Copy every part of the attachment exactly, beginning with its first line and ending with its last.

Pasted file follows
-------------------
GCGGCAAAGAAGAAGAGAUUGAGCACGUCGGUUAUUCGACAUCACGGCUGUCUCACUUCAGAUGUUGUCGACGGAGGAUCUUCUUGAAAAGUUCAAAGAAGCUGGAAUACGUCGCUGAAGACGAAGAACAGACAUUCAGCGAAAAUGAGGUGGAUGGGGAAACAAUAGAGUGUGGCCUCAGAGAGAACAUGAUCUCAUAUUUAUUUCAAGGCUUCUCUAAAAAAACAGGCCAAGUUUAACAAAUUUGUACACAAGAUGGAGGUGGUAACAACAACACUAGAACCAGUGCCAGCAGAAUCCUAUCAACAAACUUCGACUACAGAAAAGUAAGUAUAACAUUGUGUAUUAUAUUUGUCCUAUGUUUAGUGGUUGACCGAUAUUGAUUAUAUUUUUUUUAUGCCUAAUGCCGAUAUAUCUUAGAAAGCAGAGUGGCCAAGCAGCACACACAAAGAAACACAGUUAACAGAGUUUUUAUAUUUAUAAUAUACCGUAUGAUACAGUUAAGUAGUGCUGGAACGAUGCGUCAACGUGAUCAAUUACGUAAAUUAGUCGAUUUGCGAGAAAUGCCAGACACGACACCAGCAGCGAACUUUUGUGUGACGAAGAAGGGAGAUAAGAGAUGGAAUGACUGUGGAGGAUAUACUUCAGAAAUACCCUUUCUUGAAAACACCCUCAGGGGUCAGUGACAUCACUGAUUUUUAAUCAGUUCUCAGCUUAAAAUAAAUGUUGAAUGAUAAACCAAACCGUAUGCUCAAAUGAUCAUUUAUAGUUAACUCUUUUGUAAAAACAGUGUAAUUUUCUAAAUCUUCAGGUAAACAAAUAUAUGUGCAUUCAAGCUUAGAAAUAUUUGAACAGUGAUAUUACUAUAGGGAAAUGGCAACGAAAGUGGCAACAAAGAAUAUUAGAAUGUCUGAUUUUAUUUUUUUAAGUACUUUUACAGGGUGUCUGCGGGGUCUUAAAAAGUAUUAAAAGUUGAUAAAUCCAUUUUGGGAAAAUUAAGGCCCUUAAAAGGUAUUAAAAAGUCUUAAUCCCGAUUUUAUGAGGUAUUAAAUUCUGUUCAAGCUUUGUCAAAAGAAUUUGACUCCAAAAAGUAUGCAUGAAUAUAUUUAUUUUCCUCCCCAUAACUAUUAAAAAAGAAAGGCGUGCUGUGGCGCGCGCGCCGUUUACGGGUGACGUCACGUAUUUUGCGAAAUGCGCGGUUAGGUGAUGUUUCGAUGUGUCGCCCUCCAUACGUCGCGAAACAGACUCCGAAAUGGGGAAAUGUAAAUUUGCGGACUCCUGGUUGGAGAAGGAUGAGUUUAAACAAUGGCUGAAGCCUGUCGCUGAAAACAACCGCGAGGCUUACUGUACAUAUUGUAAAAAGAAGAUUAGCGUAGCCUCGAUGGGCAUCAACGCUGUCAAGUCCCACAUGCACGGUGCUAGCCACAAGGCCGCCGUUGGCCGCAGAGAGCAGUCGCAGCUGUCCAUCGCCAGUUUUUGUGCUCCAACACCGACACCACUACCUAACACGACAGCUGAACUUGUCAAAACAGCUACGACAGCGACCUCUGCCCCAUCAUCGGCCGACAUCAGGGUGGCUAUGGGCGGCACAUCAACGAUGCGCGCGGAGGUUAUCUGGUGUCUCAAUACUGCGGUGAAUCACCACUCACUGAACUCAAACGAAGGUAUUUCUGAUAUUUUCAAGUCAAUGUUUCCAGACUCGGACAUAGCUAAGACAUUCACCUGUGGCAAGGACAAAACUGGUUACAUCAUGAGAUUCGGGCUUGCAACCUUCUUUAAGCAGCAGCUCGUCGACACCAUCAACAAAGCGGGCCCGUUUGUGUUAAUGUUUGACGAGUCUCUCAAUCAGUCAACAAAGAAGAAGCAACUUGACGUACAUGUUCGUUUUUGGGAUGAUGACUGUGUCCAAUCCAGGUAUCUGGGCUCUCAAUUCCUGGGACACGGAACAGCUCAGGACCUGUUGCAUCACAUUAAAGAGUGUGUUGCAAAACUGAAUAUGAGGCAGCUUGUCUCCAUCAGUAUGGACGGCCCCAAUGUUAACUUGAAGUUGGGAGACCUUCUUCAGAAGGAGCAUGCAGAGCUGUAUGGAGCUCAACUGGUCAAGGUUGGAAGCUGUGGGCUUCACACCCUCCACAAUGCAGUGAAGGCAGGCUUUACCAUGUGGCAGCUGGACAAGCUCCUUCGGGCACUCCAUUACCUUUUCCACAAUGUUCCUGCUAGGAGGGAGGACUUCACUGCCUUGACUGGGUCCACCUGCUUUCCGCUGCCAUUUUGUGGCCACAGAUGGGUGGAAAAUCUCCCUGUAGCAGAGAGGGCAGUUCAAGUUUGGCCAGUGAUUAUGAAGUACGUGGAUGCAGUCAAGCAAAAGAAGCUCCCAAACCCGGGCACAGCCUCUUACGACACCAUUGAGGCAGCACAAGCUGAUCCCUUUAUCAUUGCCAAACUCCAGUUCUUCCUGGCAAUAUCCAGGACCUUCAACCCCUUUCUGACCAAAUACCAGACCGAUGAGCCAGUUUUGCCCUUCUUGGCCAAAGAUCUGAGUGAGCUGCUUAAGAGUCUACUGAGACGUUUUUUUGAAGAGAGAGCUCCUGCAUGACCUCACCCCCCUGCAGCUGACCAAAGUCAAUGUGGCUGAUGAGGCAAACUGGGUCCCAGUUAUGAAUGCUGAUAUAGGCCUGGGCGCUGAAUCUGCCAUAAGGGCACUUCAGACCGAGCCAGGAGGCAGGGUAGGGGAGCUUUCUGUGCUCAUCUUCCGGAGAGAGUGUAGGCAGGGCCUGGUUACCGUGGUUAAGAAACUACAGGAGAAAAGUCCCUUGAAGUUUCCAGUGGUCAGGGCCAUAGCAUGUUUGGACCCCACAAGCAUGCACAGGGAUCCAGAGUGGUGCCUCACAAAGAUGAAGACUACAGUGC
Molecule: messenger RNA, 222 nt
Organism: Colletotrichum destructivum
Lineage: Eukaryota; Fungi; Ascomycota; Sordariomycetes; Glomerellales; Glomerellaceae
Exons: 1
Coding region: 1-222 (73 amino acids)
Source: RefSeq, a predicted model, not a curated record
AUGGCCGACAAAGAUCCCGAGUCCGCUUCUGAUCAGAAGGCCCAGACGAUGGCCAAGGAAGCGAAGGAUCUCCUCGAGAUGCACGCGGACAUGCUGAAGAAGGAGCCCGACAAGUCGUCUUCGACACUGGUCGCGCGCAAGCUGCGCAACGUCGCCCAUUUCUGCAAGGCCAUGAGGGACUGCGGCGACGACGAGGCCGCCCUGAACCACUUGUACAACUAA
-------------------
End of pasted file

GCGGCAAAGAAGAAGAGAUUGAGCACGUCGGUUAUUCGACAUCACGGCUGUCUCACUUCAGAUGUUGUCGACGGAGGAUCUUCUUGAAAAGUUCAAAGAAGCUGGAAUACGUCGCUGAAGACGAAGAACAGACAUUCAGCGAAAAUGAGGUGGAUGGGGAAACAAUAGAGUGUGGCCUCAGAGAGAACAUGAUCUCAUAUUUAUUUCAAGGCUUCUCUAAAAAAACAGGCCAAGUUUAACAAAUUUGUACACAAGAUGGAGGUGGUAACAACAACACUAGAACCAGUGCCAGCAGAAUCCUAUCAACAAACUUCGACUACAGAAAAGUAAGUAUAACAUUGUGUAUUAUAUUUGUCCUAUGUUUAGUGGUUGACCGAUAUUGAUUAUAUUUUUUUUAUGCCUAAUGCCGAUAUAUCUUAGAAAGCAGAGUGGCCAAGCAGCACACACAAAGAAACACAGUUAACAGAGUUUUUAUAUUUAUAAUAUACCGUAUGAUACAGUUAAGUAGUGCUGGAACGAUGCGUCAACGUGAUCAAUUACGUAAAUUAGUCGAUUUGCGAGAAAUGCCAGACACGACACCAGCAGCGAACUUUUGUGUGACGAAGAAGGGAGAUAAGAGAUGGAAUGACUGUGGAGGAUAUACUUCAGAAAUACCCUUUCUUGAAAACACCCUCAGGGGUCAGUGACAUCACUGAUUUUUAAUCAGUUCUCAGCUUAAAAUAAAUGUUGAAUGAUAAACCAAACCGUAUGCUCAAAUGAUCAUUUAUAGUUAACUCUUUUGUAAAAACAGUGUAAUUUUCUAAAUCUUCAGGUAAACAAAUAUAUGUGCAUUCAAGCUUAGAAAUAUUUGAACAGUGAUAUUACUAUAGGGAAAUGGCAACGAAAGUGGCAACAAAGAAUAUUAGAAUGUCUGAUUUUAUUUUUUUAAGUACUUUUACAGGGUGUCUGCGGGGUCUUAAAAAGUAUUAAAAGUUGAUAAAUCCAUUUUGGGAAAAUUAAGGCCCUUAAAAGGUAUUAAAAAGUCUUAAUCCCGAUUUUAUGAGGUAUUAAAUUCUGUUCAAGCUUUGUCAAAAGAAUUUGACUCCAAAAAGUAUGCAUGAAUAUAUUUAUUUUCCUCCCCAUAACUAUUAAAAAAGAAAGGCGUGCUGUGGCGCGCGCGCCGUUUACGGGUGACGUCACGUAUUUUGCGAAAUGCGCGGUUAGGUGAUGUUUCGAUGUGUCGCCCUCCAUACGUCGCGAAACAGACUCCGAAAUGGGGAAAUGUAAAUUUGCGGACUCCUGGUUGGAGAAGGAUGAGUUUAAACAAUGGCUGAAGCCUGUCGCUGAAAACAACCGCGAGGCUUACUGUACAUAUUGUAAAAAGAAGAUUAGCGUAGCCUCGAUGGGCAUCAACGCUGUCAAGUCCCACAUGCACGGUGCUAGCCACAAGGCCGCCGUUGGCCGCAGAGAGCAGUCGCAGCUGUCCAUCGCCAGUUUUUGUGCUCCAACACCGACACCACUACCUAACACGACAGCUGAACUUGUCAAAACAGCUACGACAGCGACCUCUGCCCCAUCAUCGGCCGACAUCAGGGUGGCUAUGGGCGGCACAUCAACGAUGCGCGCGGAGGUUAUCUGGUGUCUCAAUACUGCGGUGAAUCACCACUCACUGAACUCAAACGAAGGUAUUUCUGAUAUUUUCAAGUCAAUGUUUCCAGACUCGGACAUAGCUAAGACAUUCACCUGUGGCAAGGACAAAACUGGUUACAUCAUGAGAUUCGGGCUUGCAACCUUCUUUAAGCAGCAGCUCGUCGACACCAUCAACAAAGCGGGCCCGUUUGUGUUAAUGUUUGACGAGUCUCUCAAUCAGUCAACAAAGAAGAAGCAACUUGACGUACAUGUUCGUUUUUGGGAUGAUGACUGUGUCCAAUCCAGGUAUCUGGGCUCUCAAUUCCUGGGACACGGAACAGCUCAGGACCUGUUGCAUCACAUUAAAGAGUGUGUUGCAAAACUGAAUAUGAGGCAGCUUGUCUCCAUCAGUAUGGACGGCCCCAAUGUUAACUUGAAGUUGGGAGACCUUCUUCAGAAGGAGCAUGCAGAGCUGUAUGGAGCUCAACUGGUCAAGGUUGGAAGCUGUGGGCUUCACACCCUCCACAAUGCAGUGAAGGCAGGCUUUACCAUGUGGCAGCUGGACAAGCUCCUUCGGGCACUCCAUUACCUUUUCCACAAUGUUCCUGCUAGGAGGGAGGACUUCACUGCCUUGACUGGGUCCACCUGCUUUCCGCUGCCAUUUUGUGGCCACAGAUGGGUGGAAAAUCUCCCUGUAGCAGAGAGGGCAGUUCAAGUUUGGCCAGUGAUUAUGAAGUACGUGGAUGCAGUCAAGCAAAAGAAGCUCCCAAACCCGGGCACAGCCUCUUACGACACCAUUGAGGCAGCACAAGCUGAUCCCUUUAUCAUUGCCAAACUCCAGUUCUUCCUGGCAAUAUCCAGGACCUUCAACCCCUUUCUGACCAAAUACCAGACCGAUGAGCCAGUUUUGCCCUUCUUGGCCAAAGAUCUGAGUGAGCUGCUUAAGAGUCUACUGAGACGUUUUUUUGAAGAGAGAGCUCCUGCAUGACCUCACCCCCCUGCAGCUGACCAAAGUCAAUGUGGCUGAUGAGGCAAACUGGGUCCCAGUUAUGAAUGCUGAUAUAGGCCUGGGCGCUGAAUCUGCCAUAAGGGCACUUCAGACCGAGCCAGGAGGCAGGGUAGGGGAGCUUUCUGUGCUCAUCUUCCGGAGAGAGUGUAGGCAGGGCCUGGUUACCGUGGUUAAGAAACUACAGGAGAAAAGUCCCUUGAAGUUUCCAGUGGUCAGGGCCAUAGCAUGUUUGGACCCCACAAGCAUGCACAGGGAUCCAGAGUGGUGCCUCACAAAGAUGAAGACUACAGUGC
Molecule: messenger RNA, 222 nt
Organism: Colletotrichum destructivum
Lineage: Eukaryota; Fungi; Ascomycota; Sordariomycetes; Glomerellales; Glomerellaceae
Exons: 1
Coding region: 1-222 (73 amino acids)
Source: RefSeq, a predicted model, not a curated record
AUGGCCGACAAAGAUCCCGAGUCCGCUUCUGAUCAGAAGGCCCAGACGAUGGCCAAGGAAGCGAAGGAUCUCCUCGAGAUGCACGCGGACAUGCUGAAGAAGGAGCCCGACAAGUCGUCUUCGACACUGGUCGCGCGCAAGCUGCGCAACGUCGCCCAUUUCUGCAAGGCCAUGAGGGACUGCGGCGACGACGAGGCCGCCCUGAACCACUUGUACAACUAA